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Gardening With Children for Skill Development

Gardening Engages All The Senses

Gardening is a great opportunity for sensory-motor exploration for children. The activity supports fine and gross motor muscle development, sequencing, planning, following directions, and sensory stimulation – feeling the dirt, smelling flowers and plants, and tasting fresh fruits and vegetables.

How to Get Started Gardening With Your Child

  • For sequencing, planning, and following directions, break the task into steps for your child.
  • Start with gathering supplies. If able to write, have your child make a list of what will be needed. This can help them stay organized during the task.
  • Once all your supplies are gathered, put items that they can safely lift in a wagon or child-sized wheelbarrow. This will provide your child with heavy muscle work as they lift, push, or pull materials
    • Remember, heavy work can be calming and organizing for our bodies.
  • Prepare for and enjoy the mess

Time for Planting

  • Planting is a wonderful proprioceptive and tactile experience for children with lots of digging and feeling the dirt – and, yes, even wet mud.
  • Have your child start by digging a small hole.
    • If the feeling of dirt is too much for your child, keep a towel nearby to wipe hands-off, have them use a shovel, or wear gloves.
  • Give your child a spoon to dig in the dirt and scoop with to improve utensil use.
  • You can let your child plan small seeds one by one into the soil promoting a pincer grasp using their thumb and index finger.

Remember to Water

  • Watering the plants provides multiple opportunities for strengthening muscles and heavy work. 
    • Have your child lift and carry a watering can or have your child pull out the garden hose and help wind it up when done.
    • Try squeezing a spray bottle to water a plant to strengthen hands and work the same muscles needed for holding a pencil.
  • Your child will also have the opportunity to work on body awareness and force grading – how much do they need to tip the watering can for the water to come out, how far and hard do they need to pull the hose?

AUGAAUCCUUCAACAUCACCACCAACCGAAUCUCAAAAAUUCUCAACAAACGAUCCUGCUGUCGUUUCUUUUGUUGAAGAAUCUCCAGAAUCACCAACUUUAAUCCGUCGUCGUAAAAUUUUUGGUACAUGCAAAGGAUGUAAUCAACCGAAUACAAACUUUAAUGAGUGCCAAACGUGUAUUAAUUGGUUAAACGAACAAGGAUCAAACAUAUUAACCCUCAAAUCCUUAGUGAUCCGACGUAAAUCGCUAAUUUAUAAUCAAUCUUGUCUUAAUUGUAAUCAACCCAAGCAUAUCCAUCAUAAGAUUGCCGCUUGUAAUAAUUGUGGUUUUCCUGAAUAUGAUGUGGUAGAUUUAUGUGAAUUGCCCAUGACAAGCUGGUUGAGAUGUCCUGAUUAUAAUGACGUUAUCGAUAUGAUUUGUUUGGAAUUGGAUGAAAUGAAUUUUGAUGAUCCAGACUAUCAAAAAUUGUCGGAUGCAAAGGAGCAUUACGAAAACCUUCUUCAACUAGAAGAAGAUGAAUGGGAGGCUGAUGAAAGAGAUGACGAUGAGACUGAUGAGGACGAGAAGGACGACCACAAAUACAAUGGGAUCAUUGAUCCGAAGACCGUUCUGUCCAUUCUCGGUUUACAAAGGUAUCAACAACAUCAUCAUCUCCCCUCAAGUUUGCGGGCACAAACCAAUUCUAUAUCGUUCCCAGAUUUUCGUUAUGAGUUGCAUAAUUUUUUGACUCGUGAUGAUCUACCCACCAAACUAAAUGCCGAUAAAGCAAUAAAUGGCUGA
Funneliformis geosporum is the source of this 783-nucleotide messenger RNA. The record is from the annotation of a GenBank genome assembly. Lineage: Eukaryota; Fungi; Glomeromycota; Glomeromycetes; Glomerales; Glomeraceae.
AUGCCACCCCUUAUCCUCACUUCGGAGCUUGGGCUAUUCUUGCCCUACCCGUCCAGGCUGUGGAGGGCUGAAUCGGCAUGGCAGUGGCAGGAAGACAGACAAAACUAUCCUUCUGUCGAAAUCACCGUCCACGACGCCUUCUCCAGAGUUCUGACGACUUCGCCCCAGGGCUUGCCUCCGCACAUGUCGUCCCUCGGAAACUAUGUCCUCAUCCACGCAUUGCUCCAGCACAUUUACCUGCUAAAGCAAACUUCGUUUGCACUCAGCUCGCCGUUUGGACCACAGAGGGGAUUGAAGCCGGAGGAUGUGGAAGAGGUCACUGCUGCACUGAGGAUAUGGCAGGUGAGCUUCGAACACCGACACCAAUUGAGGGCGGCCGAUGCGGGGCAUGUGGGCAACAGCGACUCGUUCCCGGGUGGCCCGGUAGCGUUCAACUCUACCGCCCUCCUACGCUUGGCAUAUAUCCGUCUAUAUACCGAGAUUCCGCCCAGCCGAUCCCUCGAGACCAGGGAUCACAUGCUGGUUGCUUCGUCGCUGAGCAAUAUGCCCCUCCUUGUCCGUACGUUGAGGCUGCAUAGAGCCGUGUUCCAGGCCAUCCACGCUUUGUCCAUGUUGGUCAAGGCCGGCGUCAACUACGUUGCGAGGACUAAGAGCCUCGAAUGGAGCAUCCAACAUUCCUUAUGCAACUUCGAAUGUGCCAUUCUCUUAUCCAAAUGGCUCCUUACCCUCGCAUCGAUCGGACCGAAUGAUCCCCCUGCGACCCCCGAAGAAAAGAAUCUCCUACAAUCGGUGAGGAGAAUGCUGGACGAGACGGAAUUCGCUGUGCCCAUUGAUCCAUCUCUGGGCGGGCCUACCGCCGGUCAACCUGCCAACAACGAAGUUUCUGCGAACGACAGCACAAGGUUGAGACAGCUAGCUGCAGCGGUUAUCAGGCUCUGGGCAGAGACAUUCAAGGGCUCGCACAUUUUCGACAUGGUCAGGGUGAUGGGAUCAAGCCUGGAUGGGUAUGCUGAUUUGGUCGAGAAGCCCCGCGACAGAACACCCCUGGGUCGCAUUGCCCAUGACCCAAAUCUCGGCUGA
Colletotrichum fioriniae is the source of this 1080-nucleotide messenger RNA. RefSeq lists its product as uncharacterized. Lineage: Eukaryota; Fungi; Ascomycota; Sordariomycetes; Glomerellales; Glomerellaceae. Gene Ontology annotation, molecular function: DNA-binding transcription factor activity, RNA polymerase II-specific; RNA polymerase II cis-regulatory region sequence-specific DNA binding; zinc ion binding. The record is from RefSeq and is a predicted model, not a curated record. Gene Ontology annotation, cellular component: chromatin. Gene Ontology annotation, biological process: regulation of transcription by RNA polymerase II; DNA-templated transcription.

Caring for Your New Garden

  • Weeding facilitates dexterity and grip strength.
  • Practice scissor skills by snipping at the grass, weeds, or leaves with age-appropriate scissors.
  • Encourage your child to get down to the ground to garden or practice tall kneeling, half kneeling or squatting, to reach for materials.
  • While admiring their hard work challenger their balance to have them walk on uneven ground or avoid stepping on plants.
  • Make caring for your garden part of your daily routine to help structure the day

Contact the Center For Pediatric Therapy if you are interested in learning additional techniques and methods on how to improve your child’s coordination and more. We provide pediatric therapy services for all age groups in Fairfield, Westport, and Wallingford, CT.

 

Click Here to Download or Print An Easy to Read Version of Gardening for Skill Development

Speech & Language at Mealtime: Preschoolers

Why Practice During Mealtime?

Mealtime is a natural part of the day and a perfect time to practice speech and language skills with your child. Mealtime provides a regular routine which allows for consistent, repetitive, and multiple opportunities for using the same language prompts. Even just picking one meal of the week to focus on speech and language skills is helpful.

Practice While Cooking Together

  • Cooking together provides opportunities to practice motor, cognitive, and speech skills. Narrate each step with simple language.
  • Give your child a job to do, such as putting the plates on the table or finding the requested items in the refrigerator.
    • Start with one step directions and work up to two step directions.
  • Label your actions and the activities with words in order to model vocabulary. For example: mix, stir, bake, fry, sizzle, crumble, half, divide, measure, pour, cut, peel, melt, boil, etc.

Practice While Setting the Table

  • Identify which dishes or utensils are needed. Ask your child to name, locate, and gather all of the items for the table.
  • Count out how many of each item are needed.
  • If working on articulation, be sure to highlight the items which contain the targeted speech sounds.
  • Ask and answer wh- questions, such as “Where do we put the forks?”
  • Encourage the use of prepositional phrases, such as “next to the plate” or “on top of the napkin.”

Take Turns

  • Conversations around the table are a great opportunity to practice speaking and listening. Give your child the opportunity to ask and answer questions, as well as watch and listen to your conversations with others.
  • Demonstrate how to take turns, wait for your turn, and lead the conversation.
    • Ask your child whose turn it is – this prompts the child to use phrases, such as “my turn,” “your turn,” or “mom/dad’s turn.”

Practice Sitting

  • Learning to sit and listen is an important step in communication development.
  • Some children may find it hard to just stop and sit with family, but mealtimes naturally provide the structure for sitting and listening.
  • Other family members can provide a model of appropriate ways to sit. Verbally acknowledge how others are sitting still.
  • Use a timer to help show your child how long they need to sit for the meal. Offer rewards and praise for good sitting and listening.

At CPT, we provide one-on-one therapy services specifically designed to your child’s needs. If your child is a picky eater, has food texture aversion or finds mealtime challenging, we are here to help. To learn more about our therapy options do not hesitate to reach out to our team. Our services are available in the Fairfield, Westport, and Wallingford, CT areas.

Contact the Center For Pediatric Therapy Today.

Click here to download/print:  Speech at Mealtime – Preschoolers